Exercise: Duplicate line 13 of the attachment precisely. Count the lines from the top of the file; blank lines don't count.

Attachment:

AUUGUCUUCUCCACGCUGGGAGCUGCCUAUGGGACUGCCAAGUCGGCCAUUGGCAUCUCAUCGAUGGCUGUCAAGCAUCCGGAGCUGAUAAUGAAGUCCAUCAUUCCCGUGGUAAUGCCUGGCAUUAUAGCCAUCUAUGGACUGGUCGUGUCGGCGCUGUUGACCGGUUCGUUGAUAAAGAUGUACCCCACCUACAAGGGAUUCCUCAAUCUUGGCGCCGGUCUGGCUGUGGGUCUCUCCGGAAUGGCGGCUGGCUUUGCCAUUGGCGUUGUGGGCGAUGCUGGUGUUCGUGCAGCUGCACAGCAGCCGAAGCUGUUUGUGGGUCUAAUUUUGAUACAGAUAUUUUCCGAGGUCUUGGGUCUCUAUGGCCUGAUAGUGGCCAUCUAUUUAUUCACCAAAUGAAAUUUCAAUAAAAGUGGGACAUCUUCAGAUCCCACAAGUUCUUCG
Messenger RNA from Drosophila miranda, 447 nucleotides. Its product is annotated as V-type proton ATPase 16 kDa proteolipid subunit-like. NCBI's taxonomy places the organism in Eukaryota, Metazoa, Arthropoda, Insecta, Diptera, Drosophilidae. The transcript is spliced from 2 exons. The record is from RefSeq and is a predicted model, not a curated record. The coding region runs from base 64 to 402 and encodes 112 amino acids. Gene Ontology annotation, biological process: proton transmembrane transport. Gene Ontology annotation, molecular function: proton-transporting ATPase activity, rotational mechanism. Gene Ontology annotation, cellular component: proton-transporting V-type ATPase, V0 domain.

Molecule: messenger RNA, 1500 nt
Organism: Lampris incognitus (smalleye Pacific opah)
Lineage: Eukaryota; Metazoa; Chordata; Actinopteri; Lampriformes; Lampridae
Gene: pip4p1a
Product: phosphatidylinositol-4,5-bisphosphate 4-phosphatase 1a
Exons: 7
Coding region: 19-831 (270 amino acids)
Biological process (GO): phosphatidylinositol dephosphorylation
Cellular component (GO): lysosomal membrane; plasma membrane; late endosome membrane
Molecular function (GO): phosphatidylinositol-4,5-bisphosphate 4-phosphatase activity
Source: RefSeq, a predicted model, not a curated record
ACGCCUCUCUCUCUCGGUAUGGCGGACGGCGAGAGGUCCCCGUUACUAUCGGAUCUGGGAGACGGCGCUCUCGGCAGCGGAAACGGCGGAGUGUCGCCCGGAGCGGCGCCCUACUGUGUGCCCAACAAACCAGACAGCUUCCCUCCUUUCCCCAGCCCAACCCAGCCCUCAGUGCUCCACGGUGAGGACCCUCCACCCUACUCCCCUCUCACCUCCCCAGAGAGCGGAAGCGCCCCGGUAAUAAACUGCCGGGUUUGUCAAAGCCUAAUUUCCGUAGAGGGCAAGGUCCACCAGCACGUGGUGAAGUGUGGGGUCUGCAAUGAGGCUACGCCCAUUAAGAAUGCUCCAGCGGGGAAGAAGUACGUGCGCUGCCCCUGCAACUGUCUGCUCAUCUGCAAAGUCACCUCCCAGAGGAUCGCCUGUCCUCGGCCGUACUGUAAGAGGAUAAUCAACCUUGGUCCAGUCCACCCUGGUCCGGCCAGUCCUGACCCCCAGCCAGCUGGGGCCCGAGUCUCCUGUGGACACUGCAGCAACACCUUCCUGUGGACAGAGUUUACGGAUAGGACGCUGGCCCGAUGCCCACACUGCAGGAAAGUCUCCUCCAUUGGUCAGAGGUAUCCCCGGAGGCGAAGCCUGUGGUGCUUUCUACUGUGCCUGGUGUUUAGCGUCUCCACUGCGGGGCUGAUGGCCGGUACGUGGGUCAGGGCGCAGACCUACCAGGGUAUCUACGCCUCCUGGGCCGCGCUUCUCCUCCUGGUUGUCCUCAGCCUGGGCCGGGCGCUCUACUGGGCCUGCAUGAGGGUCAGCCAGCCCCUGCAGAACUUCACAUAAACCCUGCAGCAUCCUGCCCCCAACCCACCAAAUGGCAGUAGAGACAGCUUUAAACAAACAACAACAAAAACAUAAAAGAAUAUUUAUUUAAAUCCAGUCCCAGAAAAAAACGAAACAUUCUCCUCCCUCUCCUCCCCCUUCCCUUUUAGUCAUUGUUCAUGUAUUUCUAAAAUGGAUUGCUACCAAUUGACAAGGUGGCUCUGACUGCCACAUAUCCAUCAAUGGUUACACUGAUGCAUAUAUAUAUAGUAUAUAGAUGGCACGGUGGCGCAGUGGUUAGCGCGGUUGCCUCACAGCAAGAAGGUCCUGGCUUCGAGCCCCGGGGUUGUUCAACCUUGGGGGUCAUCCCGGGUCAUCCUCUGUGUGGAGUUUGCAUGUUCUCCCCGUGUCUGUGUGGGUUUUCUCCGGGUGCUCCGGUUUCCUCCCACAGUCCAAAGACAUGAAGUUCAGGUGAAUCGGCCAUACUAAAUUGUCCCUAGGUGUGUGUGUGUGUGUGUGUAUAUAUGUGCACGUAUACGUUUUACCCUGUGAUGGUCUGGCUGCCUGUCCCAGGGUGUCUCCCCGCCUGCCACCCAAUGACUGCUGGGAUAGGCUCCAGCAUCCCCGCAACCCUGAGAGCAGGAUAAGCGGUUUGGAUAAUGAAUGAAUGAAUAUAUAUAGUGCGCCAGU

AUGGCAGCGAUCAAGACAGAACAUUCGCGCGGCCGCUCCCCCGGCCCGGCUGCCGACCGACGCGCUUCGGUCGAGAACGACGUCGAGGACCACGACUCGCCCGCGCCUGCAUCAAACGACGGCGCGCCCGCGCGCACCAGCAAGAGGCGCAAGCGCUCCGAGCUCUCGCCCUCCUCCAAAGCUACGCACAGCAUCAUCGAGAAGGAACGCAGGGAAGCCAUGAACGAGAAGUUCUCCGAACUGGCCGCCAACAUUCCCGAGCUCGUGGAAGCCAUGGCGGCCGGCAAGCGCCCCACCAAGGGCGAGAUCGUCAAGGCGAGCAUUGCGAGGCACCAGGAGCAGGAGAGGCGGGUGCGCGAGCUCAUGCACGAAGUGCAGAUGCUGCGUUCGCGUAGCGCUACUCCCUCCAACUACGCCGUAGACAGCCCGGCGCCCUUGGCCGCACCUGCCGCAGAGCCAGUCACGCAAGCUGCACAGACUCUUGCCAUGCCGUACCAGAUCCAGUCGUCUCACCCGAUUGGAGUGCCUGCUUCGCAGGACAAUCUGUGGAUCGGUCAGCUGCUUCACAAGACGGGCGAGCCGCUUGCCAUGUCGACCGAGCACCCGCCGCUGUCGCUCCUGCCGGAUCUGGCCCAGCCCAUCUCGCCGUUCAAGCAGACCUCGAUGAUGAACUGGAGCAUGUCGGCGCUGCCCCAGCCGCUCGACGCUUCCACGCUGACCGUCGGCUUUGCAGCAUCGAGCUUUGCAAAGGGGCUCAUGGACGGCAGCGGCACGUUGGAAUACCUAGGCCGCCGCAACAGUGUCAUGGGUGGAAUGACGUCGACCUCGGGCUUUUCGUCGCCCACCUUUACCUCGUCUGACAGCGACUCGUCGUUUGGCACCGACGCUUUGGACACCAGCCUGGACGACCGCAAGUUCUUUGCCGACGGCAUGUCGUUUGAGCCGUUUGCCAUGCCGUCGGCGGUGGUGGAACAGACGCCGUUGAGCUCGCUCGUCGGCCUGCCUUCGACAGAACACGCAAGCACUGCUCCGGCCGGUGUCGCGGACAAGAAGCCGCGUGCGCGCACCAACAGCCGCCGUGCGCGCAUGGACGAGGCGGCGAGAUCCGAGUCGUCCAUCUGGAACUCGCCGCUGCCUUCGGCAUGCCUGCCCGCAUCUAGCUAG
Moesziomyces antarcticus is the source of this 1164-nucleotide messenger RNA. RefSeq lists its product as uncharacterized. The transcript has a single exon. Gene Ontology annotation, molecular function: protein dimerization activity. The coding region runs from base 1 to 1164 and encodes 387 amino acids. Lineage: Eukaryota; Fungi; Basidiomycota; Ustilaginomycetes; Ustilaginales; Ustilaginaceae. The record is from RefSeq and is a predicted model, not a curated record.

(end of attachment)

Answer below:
Source: RefSeq, a predicted model, not a curated record